Politics and money

March 04, 2005

TO SEE THE disagreeable effects of campaign donations on public policy, look no further than the turf war between optometrists and ophthalmologists. Maryland is the only state in which optometrists are not permitted to apply anti-inflammatory steroids and antiviral drugs on the eye, or remove small particles with a device called the Alger Brush. Why? Because ophthalmologists currently perform these routine procedures and they have clout in Annapolis.

Optometrists argue that not one of the 49 other states has experienced problems with optometrists doing these things. But efforts to change this practice face an uphill battle. The ophthalmologists have a powerful weapon -- their history of generous donations to political campaigns. Indeed, last summer, lobbyist Joseph A. Schwartz III gave this blunt advice in a newsletter to doctors: "Run, do not walk to your checkbook" to fight optometry legislation.

This would be an amusing tale of the foibles of politicos if it weren't such a widespread problem. On issue after issue, it's obvious that big money equals big clout in Annapolis. A recent study noted that an unprecedented $840,000 has been donated by slot machine advocates to candidates and various political action committees in Maryland since 1999.

The only real solution to this problem is to reduce the politicians' dependence on donations. Fortunately, there's a way to do this pending in the legislature -- public financing of campaigns. Maine and Arizona have already instituted such a system.

Here's how Maryland's version would work: Someone running for office could qualify for public funding by collecting donations of $5 or more from at least 282 registered voters in a district. A Senate candidate would then be eligible for $50,000 in a contested primary and $50,000 for a contested general election, while House candidates could receive slightly less.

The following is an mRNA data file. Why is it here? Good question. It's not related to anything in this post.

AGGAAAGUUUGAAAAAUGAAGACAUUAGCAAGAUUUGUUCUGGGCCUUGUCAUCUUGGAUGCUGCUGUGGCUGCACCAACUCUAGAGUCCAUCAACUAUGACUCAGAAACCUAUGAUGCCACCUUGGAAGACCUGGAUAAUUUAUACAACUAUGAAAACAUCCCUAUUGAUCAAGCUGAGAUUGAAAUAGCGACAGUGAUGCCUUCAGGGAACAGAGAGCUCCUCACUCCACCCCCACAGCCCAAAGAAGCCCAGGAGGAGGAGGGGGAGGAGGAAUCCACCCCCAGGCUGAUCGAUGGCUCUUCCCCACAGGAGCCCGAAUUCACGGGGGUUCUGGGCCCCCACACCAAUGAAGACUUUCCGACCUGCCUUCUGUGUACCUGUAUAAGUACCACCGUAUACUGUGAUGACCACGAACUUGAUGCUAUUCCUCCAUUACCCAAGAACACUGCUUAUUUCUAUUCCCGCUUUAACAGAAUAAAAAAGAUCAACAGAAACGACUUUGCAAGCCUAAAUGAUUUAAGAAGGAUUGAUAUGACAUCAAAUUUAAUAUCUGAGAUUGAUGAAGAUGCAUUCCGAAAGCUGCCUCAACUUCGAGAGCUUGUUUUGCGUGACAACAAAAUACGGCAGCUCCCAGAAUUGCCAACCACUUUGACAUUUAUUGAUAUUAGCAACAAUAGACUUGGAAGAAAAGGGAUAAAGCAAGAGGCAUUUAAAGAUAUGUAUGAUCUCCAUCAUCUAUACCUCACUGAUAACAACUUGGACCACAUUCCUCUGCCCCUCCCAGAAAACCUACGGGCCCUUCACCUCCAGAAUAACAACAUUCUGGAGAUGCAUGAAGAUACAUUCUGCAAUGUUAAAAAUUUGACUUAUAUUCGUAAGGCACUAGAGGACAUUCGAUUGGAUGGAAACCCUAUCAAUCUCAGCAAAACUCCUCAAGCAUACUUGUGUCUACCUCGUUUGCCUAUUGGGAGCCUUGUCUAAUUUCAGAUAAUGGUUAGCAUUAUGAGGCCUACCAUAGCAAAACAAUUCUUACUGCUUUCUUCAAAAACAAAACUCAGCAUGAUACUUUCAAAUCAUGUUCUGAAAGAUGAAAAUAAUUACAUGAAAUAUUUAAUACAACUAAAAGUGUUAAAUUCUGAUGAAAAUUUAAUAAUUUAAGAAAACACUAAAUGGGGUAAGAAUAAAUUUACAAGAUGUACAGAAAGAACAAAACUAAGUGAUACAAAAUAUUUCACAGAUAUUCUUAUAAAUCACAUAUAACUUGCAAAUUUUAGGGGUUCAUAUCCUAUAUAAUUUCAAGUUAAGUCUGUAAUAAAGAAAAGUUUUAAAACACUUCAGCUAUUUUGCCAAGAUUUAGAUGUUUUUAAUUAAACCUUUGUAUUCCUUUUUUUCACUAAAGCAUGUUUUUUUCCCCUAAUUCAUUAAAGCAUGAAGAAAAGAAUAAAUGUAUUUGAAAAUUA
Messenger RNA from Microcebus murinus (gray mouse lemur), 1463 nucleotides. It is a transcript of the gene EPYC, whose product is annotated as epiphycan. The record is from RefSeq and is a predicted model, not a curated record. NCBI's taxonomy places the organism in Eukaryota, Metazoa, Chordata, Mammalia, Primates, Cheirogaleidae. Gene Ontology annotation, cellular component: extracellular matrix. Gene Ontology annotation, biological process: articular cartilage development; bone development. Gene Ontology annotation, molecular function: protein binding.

Granted, this is not a perfect solution. The plan benefits incumbents -- at least it hasn't seemed to give challengers in Maine or Arizona any great advantage. But public financing clearly reduces the clout of special interests -- and for a modest cost. The closing of a corporate tax loophole (the ability of businesses to declare certain "nonbusiness income" as tax exempt) would pay for the program's $5 million annual budget.

The legislation faces its biggest hurdle in the Senate. Two Baltimore-area senators whose support is critical are Joan Carter Conway and Paula C. Hollinger, who chairs the committee that oversees campaign finance laws. It also greatly depends on Senate President Thomas V. Mike Miller. Usually hostile to campaign finance reforms, Mr. Miller may see the bill as a way to counter Republicans' recent fund-raising gains.

In gambling terms, campaign finance reform is always a long shot, but the odds on this particular idea appear to be dropping. Special interests helped pump $75 million in campaign contributions into Maryland's last election. It doesn't take 20/20 vision to see how all that money can have a negative influence on Annapolis. Just ask your neighborhood optometrist.

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